On February 23, a crane deposited Zhan Wang's 11-ton sculpture Artificial Rock #133 on the museum's front lawn. The work is part of the Honolulu Biennial: Middle of Now | Here, presented by Honolulu Biennial Foundation and The Howard Hughes Corporation, which is based at the former Sports Authority space in Ward Village and includes installations at locations throughout the city.
Beijing-born Zhan Wang, one of China’s superstar Conceptual sculptors, has taken the fantastically eroded rocks revered by Chinese scholars since the eighth century and updated it for the 21st century by re-creating the scholar’s rock in an industrial medium—stainless steel. Artificial Rock #133 comprises the real rock alongside Zhan’s cast. The artist molds sheets of the metal around the surface of a traditional scholar’s rock (also known as “strange stone”), removes the sheets, welds them together, and burnishes the surface. Directly playing off the 17th-century scholar’s stone on view in our China Gallery, Zhan’s Artificial Rock #133 challenges us to think about tradition—and how our notions of it continues to evolve in the contemporary world.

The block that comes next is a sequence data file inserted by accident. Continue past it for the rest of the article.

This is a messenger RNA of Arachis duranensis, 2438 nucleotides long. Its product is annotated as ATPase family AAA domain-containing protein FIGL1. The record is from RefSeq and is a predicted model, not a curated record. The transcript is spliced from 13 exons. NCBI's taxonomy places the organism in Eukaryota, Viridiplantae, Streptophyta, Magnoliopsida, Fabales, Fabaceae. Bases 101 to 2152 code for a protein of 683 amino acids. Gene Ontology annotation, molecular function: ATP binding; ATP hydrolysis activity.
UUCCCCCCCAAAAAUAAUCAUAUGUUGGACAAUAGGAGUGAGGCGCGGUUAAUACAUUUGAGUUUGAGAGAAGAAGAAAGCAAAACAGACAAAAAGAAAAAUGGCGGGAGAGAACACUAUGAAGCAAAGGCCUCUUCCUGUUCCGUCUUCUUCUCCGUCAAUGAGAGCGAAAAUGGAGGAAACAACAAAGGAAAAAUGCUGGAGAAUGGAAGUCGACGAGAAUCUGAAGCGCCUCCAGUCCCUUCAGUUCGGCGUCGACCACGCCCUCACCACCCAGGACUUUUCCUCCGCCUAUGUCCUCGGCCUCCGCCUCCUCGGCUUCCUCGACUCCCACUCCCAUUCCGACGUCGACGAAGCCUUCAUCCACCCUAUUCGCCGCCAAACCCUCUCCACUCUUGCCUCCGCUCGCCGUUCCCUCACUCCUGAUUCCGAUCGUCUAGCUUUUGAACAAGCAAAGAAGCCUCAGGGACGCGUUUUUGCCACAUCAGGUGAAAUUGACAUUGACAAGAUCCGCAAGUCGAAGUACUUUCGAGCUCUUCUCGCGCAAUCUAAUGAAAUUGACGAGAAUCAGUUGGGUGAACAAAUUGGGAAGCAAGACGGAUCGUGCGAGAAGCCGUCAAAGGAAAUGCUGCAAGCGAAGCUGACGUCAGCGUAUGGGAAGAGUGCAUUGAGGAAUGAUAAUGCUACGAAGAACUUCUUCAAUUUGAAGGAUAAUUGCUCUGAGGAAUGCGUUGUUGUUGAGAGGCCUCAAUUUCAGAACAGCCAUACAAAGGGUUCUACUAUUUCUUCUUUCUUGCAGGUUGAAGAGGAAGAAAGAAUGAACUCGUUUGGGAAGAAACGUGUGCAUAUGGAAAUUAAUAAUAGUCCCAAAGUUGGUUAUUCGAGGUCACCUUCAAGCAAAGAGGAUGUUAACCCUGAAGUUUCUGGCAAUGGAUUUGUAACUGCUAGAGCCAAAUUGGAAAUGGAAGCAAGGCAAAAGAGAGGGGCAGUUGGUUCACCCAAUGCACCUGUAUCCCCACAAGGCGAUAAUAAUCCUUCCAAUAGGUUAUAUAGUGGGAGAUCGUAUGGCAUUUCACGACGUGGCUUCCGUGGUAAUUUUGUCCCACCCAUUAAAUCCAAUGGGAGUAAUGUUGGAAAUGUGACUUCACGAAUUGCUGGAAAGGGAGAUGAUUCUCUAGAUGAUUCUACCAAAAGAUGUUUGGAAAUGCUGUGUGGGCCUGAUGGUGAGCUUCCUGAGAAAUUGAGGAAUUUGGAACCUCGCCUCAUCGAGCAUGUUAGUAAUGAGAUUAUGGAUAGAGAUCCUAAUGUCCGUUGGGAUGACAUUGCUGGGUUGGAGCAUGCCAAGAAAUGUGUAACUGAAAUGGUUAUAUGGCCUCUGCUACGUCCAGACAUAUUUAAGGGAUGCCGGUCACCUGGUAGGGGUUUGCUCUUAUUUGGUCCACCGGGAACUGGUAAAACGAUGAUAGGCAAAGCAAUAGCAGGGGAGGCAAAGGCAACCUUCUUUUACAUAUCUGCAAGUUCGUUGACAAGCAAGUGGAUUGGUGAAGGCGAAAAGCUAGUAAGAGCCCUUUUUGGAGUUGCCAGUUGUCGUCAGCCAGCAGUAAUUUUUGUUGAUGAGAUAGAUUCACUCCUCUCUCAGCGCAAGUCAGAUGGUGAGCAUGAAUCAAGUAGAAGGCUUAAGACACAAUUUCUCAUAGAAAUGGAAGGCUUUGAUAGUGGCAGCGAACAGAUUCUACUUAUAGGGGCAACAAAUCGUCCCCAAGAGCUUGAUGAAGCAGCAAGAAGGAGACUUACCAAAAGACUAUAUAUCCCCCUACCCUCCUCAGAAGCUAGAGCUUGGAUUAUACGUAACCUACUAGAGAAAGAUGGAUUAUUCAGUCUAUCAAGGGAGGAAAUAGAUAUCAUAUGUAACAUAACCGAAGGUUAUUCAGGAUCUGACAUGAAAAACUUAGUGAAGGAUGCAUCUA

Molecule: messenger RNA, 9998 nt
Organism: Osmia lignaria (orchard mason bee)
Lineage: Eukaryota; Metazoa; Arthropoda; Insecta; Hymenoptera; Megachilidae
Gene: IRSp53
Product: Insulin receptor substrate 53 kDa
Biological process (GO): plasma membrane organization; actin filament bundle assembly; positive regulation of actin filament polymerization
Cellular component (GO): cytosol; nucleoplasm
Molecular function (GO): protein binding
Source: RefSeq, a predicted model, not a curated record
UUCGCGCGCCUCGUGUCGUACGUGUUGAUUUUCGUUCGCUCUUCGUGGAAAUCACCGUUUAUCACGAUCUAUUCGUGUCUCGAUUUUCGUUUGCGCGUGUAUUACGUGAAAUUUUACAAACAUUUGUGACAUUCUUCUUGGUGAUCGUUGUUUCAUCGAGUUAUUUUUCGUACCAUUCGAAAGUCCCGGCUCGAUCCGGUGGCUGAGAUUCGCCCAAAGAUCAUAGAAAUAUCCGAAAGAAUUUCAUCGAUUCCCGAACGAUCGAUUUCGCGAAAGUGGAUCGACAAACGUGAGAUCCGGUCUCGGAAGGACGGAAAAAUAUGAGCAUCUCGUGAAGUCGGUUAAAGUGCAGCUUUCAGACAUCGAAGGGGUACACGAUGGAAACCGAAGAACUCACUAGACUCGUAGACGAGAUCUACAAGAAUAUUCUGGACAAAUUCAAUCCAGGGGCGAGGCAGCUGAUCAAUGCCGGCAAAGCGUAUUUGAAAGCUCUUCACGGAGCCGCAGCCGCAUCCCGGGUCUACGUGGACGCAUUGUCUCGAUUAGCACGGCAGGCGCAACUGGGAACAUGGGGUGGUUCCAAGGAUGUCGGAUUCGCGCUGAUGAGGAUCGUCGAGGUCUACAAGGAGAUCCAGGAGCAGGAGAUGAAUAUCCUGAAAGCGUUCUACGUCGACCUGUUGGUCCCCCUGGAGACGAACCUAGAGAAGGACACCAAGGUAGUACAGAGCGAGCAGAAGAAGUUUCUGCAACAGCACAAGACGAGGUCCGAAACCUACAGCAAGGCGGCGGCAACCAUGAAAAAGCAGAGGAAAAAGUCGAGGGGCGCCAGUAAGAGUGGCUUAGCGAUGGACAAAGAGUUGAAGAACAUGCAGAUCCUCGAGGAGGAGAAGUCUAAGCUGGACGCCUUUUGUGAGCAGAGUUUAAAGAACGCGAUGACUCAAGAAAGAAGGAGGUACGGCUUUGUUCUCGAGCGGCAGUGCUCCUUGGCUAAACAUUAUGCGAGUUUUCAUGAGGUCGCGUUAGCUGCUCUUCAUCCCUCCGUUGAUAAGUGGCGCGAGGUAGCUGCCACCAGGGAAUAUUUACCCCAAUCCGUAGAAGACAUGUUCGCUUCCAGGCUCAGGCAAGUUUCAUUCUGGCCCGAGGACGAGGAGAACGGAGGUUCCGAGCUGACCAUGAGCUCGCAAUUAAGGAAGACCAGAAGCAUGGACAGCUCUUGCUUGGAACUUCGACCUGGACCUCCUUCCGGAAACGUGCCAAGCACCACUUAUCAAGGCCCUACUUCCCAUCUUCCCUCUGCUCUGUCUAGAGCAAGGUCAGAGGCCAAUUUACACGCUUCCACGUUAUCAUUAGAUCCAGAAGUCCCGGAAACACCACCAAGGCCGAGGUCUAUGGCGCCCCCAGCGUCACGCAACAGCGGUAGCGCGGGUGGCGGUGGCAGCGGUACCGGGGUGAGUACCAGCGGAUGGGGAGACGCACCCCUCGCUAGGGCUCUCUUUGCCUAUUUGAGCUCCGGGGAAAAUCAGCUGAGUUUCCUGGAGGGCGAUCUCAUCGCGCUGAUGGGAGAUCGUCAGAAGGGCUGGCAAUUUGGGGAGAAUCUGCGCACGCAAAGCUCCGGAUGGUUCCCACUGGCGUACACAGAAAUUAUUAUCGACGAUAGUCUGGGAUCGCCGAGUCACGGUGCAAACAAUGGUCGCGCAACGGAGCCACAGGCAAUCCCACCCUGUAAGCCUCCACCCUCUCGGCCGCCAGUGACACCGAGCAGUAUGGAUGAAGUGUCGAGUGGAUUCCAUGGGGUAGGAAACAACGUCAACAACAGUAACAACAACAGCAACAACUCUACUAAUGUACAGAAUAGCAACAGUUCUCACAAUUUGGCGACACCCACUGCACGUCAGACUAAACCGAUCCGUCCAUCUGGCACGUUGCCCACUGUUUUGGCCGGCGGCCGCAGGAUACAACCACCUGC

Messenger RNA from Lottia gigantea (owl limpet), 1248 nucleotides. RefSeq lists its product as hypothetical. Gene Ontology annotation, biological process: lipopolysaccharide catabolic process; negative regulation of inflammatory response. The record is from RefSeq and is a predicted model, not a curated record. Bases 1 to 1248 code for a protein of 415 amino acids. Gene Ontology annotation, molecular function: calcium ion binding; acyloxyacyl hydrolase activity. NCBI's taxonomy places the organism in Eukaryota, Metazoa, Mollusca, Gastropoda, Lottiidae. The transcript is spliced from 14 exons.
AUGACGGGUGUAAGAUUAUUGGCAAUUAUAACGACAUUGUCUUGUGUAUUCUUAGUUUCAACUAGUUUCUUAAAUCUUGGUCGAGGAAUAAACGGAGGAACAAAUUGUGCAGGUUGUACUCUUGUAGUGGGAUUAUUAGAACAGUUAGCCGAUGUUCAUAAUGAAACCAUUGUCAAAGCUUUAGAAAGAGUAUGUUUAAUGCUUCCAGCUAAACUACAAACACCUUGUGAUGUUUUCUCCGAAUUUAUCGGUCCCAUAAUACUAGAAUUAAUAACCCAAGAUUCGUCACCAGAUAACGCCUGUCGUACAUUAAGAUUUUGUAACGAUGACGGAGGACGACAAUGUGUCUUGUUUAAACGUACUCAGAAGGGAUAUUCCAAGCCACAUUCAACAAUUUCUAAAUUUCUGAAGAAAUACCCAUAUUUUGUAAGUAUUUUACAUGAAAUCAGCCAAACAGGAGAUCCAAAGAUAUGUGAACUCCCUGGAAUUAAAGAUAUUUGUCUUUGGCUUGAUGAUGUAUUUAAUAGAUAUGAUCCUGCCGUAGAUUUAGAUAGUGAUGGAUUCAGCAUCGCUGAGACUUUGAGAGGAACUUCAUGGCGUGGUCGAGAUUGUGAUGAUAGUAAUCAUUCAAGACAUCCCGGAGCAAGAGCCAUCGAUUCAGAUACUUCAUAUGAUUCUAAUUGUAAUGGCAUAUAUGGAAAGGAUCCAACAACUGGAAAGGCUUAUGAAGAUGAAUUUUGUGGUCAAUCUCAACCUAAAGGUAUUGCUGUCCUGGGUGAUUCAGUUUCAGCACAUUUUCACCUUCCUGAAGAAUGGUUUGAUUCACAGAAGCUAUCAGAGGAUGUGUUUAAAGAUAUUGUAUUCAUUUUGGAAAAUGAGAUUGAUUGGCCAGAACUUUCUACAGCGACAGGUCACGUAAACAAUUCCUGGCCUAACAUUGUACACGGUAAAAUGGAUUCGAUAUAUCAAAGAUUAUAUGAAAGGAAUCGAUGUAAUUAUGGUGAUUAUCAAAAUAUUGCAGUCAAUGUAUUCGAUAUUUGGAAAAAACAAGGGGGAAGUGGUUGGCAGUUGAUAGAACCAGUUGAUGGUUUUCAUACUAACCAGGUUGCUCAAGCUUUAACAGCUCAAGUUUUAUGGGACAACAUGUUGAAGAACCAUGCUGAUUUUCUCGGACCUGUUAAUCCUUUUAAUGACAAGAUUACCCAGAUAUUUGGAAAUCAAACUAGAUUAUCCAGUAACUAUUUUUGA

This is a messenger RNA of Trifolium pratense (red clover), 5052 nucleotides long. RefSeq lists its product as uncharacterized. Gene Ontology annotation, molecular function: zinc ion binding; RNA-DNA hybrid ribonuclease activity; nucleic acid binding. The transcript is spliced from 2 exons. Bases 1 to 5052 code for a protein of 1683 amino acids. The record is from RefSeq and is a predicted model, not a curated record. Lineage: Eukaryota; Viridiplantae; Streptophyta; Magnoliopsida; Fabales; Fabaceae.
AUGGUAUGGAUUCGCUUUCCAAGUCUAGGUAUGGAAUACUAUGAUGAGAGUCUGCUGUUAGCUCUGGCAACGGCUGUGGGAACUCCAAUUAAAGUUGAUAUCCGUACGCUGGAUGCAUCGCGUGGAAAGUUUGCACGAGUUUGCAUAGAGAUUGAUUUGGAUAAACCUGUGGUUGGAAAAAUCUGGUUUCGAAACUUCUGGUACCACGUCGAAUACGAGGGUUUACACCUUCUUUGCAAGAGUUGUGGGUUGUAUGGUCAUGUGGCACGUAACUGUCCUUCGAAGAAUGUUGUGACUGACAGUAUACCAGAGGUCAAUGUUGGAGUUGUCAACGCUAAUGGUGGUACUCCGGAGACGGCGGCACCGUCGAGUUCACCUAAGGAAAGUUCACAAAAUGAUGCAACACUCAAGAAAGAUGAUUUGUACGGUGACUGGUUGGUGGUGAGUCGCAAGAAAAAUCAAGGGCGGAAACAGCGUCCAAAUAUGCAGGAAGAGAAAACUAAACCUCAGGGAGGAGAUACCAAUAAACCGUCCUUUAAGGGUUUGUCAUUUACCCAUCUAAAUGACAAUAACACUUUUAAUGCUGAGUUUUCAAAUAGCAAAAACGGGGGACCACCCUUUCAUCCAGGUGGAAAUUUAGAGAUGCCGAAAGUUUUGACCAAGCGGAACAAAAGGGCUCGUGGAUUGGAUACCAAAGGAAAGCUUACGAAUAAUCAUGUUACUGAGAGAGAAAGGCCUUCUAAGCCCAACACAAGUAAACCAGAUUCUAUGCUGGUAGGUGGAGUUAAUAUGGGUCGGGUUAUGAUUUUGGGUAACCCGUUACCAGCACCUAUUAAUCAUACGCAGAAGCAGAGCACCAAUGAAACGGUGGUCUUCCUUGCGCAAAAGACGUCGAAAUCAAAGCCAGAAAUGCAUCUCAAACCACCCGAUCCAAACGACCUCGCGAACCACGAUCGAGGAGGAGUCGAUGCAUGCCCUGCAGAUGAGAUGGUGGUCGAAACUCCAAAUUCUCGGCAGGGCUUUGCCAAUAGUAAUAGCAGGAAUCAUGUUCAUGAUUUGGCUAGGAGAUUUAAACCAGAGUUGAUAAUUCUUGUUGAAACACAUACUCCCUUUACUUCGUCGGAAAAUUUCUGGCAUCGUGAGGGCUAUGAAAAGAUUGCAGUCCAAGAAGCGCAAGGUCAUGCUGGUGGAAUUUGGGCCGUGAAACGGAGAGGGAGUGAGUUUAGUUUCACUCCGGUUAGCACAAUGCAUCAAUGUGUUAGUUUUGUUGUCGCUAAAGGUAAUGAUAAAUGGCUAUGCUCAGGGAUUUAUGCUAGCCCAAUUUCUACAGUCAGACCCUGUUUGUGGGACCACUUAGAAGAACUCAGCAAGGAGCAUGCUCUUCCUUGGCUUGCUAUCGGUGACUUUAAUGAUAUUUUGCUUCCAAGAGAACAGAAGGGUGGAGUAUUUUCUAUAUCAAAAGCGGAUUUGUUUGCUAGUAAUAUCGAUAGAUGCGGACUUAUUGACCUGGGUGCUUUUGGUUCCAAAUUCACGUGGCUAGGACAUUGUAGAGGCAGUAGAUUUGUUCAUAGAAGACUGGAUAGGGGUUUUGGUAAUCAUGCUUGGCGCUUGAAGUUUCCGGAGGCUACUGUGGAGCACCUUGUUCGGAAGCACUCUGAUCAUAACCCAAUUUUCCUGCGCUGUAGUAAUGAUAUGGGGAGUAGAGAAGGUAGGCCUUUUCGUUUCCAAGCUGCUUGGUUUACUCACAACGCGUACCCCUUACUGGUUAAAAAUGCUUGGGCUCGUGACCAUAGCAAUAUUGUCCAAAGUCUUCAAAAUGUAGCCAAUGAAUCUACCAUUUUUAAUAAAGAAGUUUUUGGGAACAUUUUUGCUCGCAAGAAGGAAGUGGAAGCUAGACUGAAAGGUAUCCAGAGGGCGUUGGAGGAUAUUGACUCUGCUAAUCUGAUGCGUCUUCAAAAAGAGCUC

Credit: Exhibition overview from museum website